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Additive manufacturing for on-demand parts replacement

To maintain their equipment, SNCF Mobilités and SNCF Réseau manage a portfolio of 200,000 part references. Additive manufacturing is offering new ways to optimize the procurement and storage of these parts.

“Two years ago, we launched a project on the additive manufacturing of metal parts to be able to supply spare parts with characteristics globally equivalent to the original ones”, explains Louis-Romain Joly, project manager on the Mechanical Systems and Interactions team at SNCF Innovation & Research. An important objective of this decision-support project is to identify the fast manufacturing line(s)* among eight shortlisted that would produce a maximum number of spare parts at the lowest cost and in the shortest time, thus reducing inventories while avoiding the immobilisation of equipment (trains or network equipment) when a part is lacking.

Three uses

To do this, the research team first looked at the catalogue of SNCF Mobilités. “SNCF Mobilités logisticians have picked out 1,000 articles they consider critical either because they are susceptible to supply interruptions; or because they are not needed often (once or twice a year) but they have long lead times; or because the minimum order is too large”, says Joly. The result? “Although selective laser melting (SLM, see box below) would be the most versatile for the production of a large number of parts, we know it is expensive and too slow for large parts. This is especially important because we have to take into account the quasi-systematic finish machining phase and the logistical delays between the stages to have a precise idea of ​​how long it will take for the parts to be available.” This technology can already be useful today, but it will be even more advantageous in the medium term thanks to ongoing developments. At this stage, the optimal approach for maximum efficiency seems to be combining three lines.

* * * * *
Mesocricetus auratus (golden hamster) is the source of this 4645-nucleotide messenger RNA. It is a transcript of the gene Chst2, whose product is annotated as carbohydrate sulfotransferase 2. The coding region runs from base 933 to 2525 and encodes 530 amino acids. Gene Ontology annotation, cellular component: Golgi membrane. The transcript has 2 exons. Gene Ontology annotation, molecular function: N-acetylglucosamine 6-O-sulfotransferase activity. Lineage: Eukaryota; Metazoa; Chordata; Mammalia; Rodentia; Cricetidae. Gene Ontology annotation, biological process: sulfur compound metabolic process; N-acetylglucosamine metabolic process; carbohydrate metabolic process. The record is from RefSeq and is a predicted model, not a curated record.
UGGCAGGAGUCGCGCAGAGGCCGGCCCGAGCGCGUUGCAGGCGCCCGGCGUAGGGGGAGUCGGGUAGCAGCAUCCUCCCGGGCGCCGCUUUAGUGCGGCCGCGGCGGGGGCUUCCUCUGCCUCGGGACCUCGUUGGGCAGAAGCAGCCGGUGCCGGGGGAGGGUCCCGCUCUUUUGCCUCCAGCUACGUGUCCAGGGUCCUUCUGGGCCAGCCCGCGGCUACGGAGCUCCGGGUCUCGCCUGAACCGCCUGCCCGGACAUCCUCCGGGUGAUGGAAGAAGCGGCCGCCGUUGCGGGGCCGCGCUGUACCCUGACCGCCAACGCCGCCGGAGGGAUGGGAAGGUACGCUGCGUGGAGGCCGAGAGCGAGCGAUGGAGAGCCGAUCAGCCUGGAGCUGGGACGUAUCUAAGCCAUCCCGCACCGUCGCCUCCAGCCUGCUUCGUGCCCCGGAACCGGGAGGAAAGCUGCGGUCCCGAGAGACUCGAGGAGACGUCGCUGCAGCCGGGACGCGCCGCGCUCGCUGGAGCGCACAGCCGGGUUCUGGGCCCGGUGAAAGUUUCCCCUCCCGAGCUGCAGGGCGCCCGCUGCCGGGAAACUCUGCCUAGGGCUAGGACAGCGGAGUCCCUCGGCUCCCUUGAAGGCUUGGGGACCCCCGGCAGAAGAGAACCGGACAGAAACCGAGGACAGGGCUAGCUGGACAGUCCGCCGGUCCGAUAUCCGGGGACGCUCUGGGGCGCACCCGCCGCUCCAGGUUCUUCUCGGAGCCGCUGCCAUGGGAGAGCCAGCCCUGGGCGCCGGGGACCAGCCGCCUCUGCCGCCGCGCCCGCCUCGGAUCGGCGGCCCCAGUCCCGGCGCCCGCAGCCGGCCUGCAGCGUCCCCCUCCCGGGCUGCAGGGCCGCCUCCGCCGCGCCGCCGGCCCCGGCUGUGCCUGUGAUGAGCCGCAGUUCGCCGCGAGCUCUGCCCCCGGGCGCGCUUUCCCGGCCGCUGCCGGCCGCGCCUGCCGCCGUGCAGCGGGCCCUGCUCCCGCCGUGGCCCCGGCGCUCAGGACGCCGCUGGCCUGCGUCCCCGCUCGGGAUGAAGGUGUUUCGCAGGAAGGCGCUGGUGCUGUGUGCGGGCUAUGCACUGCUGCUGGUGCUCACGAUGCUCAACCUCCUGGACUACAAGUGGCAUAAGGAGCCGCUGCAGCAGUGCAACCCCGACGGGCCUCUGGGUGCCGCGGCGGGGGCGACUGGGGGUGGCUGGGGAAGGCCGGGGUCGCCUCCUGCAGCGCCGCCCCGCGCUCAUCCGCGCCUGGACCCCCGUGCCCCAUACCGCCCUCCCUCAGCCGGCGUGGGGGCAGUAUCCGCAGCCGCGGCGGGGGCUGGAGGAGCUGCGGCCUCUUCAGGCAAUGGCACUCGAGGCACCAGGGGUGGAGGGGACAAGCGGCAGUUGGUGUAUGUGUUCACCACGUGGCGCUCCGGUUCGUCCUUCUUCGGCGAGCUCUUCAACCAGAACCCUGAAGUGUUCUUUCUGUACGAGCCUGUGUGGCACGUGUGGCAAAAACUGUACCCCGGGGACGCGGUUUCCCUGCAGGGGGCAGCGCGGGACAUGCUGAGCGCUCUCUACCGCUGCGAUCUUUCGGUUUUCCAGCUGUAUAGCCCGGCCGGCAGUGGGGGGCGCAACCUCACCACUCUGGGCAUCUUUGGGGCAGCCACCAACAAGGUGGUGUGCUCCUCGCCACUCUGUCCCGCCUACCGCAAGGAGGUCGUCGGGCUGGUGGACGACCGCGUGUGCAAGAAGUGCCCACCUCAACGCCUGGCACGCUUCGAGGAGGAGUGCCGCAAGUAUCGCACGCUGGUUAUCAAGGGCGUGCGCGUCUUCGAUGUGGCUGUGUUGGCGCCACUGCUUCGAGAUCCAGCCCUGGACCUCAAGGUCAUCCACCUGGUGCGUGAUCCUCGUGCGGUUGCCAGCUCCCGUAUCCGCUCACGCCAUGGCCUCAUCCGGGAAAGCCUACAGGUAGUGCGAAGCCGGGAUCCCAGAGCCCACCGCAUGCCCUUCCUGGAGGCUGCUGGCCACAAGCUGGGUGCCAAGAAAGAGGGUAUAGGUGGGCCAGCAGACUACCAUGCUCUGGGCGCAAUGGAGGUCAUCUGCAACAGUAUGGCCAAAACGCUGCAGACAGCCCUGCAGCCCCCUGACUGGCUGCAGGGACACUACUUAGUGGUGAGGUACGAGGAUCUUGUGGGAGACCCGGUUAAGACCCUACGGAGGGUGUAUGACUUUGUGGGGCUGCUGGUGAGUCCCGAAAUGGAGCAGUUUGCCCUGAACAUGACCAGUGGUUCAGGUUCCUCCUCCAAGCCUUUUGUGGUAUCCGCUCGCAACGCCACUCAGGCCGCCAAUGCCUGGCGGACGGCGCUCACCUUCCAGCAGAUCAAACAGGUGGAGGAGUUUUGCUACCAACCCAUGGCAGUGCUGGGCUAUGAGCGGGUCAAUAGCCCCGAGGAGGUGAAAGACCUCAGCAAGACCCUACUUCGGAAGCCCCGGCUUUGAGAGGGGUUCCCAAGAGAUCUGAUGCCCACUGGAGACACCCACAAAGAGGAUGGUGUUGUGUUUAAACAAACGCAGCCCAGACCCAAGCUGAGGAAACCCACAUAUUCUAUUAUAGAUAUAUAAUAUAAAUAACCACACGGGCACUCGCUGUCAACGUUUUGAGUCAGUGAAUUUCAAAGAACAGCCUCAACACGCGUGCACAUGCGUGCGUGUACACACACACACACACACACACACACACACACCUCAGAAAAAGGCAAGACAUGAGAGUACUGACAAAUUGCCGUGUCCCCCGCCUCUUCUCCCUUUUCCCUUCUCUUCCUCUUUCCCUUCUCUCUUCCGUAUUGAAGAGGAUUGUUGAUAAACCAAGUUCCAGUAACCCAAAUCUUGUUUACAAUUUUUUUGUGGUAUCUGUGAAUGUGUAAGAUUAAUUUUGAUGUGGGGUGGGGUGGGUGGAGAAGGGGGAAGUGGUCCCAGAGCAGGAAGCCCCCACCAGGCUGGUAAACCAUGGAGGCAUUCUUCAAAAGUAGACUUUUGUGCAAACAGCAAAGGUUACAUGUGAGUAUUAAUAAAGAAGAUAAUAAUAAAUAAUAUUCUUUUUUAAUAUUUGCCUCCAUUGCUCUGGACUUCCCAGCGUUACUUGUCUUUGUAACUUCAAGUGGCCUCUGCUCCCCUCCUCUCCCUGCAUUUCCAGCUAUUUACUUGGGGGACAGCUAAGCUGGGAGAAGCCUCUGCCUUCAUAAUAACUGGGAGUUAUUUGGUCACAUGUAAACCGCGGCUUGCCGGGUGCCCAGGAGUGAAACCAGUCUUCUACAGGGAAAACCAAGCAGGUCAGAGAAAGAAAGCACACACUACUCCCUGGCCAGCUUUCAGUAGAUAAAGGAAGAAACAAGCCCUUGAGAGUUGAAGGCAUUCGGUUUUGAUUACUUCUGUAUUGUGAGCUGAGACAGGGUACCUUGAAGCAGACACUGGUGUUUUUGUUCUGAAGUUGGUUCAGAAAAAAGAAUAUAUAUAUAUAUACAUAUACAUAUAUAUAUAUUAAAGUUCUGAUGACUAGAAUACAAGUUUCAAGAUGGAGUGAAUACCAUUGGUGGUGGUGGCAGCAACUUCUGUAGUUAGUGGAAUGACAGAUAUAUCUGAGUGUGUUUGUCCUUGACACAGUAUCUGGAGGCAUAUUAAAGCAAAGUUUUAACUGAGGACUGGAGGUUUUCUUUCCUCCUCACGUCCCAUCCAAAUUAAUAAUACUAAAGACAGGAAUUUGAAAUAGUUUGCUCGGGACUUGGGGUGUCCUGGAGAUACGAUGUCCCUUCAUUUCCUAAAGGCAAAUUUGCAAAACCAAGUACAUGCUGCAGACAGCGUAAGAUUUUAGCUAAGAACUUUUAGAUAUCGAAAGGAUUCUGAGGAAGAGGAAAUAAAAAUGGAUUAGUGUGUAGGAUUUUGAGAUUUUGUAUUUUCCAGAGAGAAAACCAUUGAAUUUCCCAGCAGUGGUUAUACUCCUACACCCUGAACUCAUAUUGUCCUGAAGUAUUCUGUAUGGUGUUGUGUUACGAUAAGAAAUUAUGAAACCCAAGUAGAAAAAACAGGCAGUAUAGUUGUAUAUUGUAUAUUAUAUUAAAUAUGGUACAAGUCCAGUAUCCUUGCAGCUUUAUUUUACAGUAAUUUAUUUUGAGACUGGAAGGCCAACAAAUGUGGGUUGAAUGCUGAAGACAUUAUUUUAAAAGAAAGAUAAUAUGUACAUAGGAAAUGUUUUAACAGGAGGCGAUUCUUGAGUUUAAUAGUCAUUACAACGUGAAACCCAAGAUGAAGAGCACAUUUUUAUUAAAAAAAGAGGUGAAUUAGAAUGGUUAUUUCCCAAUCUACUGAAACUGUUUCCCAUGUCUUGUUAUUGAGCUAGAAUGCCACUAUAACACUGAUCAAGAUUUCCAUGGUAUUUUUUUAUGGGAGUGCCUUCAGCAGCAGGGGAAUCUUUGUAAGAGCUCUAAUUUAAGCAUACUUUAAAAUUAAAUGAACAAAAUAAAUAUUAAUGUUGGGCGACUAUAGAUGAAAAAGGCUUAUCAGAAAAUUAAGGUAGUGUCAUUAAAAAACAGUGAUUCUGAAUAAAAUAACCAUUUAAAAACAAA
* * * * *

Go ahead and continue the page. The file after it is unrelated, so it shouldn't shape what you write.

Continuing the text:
Additive manufacturing meets reality

A similar study has been underway at SNCF Réseau since early in the second quarter. In May, the project advanced with a full-scale test on three references with seven manufacturing lines. “In one case, we were able to keep the entire production cycle under seven days. That’s promising!” adds Joly. The next step? “We are setting up a working group with EDF, Airbus Helicopters, DCNS, DGA, CEA, Areva, and TOTAL for this project”, says Joly.

*The “line” is all the technological building blocks that must be assembled to manufacture functional parts.

The SLM manufacturing line

  • 3D digitisation
  • CAD reconstruction of the part
  • CAD-CAM of the blank
  • Additive manufacturing of the blank with SLM
  • Post-processing
  • Finish machining
  • Control
  • Shipping